- “My ears hurt when I try and wear my hearing aids”
If you recently bought a new set of hearing aids, getting the proper fit is extremely important. If the fit is too loose, the hearing aids may easily fall out. If they are too tight in your ears, they may pop out, cause discomfort or even create painful sore spots in your ear. In all cases, visit your hearing care professional as soon as possible to get it modified or remade for a better fit.
- “I feel like my hearing aids plug up my ear and I don’t hear any better”
Often when the hearing aid feels like they are plugging up your ear, it means that the hearing aid is not “on” or that there is a blockage preventing the sound from being heard properly. Double check to make sure that the battery door is closed and that the battery is correctly placed in the hearing aid.
Check to see if the battery still has power and replace it if you think the battery is weak or no longer working. Most hearing aids have a filter that prevents wax from entering the hearing aid. If you can see wax on the filter, the sound may not be properly heard. Replace the filter with a new one.
If all of these actions have been completed and the hearing aid still doesn’t feel like it is working well, please have your hearing aids looked after by your professional hearing care provider.
- “My batteries don’t last long. How long should they last?”
There are typically 4 different kinds of batteries available. The really small batteries (Size 10 batteries) should last about 4-5 days while the bigger batteries should last about 7 days. If you’re finding that the batteries are not lasting as long as they should, check the expiry date of your batteries. The closer they are to that expiry date, the shorter the life expectancy. Be sure that the new batteries all have that little sticker on them as well. If the sticker is partially or completely removed, the battery may have less power or may be completely drained.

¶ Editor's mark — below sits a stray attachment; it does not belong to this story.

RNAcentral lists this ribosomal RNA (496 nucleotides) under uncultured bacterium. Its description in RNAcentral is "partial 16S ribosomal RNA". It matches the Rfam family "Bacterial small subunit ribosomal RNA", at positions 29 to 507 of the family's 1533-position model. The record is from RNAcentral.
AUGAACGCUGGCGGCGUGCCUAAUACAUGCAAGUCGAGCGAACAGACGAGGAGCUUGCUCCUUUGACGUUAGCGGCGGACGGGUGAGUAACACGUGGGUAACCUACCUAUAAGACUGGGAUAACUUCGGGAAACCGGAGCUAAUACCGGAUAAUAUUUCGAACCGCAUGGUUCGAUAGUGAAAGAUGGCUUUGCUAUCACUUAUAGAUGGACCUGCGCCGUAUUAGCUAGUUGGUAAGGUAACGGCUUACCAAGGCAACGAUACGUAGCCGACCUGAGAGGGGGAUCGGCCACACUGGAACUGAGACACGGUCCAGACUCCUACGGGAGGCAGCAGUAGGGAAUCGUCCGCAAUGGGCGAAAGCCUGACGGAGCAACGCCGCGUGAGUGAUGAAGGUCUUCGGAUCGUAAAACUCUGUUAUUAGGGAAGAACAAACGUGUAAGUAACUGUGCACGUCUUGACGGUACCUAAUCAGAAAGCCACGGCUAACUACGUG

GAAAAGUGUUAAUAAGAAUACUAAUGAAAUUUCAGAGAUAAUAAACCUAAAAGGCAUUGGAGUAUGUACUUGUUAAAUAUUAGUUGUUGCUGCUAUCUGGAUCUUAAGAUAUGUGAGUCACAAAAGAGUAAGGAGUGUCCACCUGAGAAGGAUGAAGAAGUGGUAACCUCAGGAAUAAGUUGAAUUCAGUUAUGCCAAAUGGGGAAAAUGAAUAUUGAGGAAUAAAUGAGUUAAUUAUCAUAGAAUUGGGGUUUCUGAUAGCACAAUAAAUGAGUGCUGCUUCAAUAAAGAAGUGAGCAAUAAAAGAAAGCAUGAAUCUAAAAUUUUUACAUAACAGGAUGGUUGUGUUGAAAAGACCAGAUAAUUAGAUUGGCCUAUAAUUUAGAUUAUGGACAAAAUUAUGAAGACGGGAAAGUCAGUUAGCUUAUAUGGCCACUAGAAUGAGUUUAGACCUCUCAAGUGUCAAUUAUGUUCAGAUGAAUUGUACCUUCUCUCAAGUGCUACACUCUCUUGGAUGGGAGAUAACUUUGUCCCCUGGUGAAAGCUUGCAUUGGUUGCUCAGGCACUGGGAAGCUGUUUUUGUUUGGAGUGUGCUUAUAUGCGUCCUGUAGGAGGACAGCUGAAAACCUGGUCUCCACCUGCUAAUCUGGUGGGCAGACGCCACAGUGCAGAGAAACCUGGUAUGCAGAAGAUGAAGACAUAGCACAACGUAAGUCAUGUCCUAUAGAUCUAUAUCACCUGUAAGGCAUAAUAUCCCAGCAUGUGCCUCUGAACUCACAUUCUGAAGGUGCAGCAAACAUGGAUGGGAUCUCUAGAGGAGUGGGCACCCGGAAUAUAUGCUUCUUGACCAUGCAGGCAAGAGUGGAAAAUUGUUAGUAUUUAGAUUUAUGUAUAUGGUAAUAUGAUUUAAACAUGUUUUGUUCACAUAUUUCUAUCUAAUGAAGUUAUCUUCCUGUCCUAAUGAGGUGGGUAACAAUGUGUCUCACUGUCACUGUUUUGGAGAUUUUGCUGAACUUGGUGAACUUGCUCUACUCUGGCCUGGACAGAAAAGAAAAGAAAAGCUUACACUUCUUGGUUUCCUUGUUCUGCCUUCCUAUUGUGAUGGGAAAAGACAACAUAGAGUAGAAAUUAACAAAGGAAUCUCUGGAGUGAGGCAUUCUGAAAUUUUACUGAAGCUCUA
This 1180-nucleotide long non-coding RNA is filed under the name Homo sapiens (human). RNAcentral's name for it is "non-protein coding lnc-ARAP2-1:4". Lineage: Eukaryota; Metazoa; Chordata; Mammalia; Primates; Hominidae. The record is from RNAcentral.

Do you have rechargeable batteries? If so, it is important to keep in mind that as the batteries are used more often, the daily life of the batteries will decrease. It is recommended to replace these rechargeable batteries annually.
Lastly, if you believe that the batteries are fine and that the hearing aids may be the culprit, contact your hearing care professional to conduct a battery drain test. This is a quick test that provides the estimated life of a battery. If the results show a below average result, your hearing care professional may send them to the manufacturer for further investigation.
I hope that this information assists you during the times where you feel your hearing aids are not performing to your satisfaction. Please keep in mind that while there are many things that you can do to maintain and ensure that your hearing aids are working properly, it is equally important that you visit your hearing care professional periodically as a check-up for your hearing and as a way to maintain and extend the life of your hearing aids.